VICTORIA -- The return of a large parcel of land to a First Nation on the Saanich Peninsula is being hailed as a historic gesture to heal long-festering colonial wounds.

The Tsartlip First Nation took possession this week of the former Woodwynn Farm property on West Saanich Road. 

The 78-hectare plot of land was once used by the First Nation for hunting, farming and other activities. 

"At one time, our people hunted and fished up and down this coast. My grandfather grew fruit and vegetables here,” said Tsartlip elder Paul Sam in a statement Thursday.

“But our people were outnumbered, outgunned and pushed onto small reserves.”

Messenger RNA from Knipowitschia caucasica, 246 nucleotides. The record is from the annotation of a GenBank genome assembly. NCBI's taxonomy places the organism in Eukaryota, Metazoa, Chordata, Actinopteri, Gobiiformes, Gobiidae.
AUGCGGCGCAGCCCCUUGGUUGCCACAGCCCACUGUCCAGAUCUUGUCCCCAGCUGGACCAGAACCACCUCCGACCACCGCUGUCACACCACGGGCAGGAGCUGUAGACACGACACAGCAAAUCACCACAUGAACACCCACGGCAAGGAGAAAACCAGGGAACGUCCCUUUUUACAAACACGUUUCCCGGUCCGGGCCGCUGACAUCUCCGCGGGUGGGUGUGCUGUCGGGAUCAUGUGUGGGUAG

The colonization of Vancouver Island saw many First Nations removed from their lands. But in a move to repair some of those injustices, the province has cut a landmark deal with Tsartlip.

A grant of $7.7 million from B.C. Housing helped the small First Nation purchase the land back from the province. The nation took possession of the land Wednesday and has extended a lease for a farmer who currently works on the property.

“Acquiring this property almost doubles the amount of land we currently have, so we can begin to plan for current and future generations to support our growing population,” said Tsartlip Chief Don Tom.

The First Nation says it will now consult with its members to see what the best use for the land is in the future.

Due to the COVID-19 pandemic, any ceremonies to celebrate the historic return of the farm have been postponed.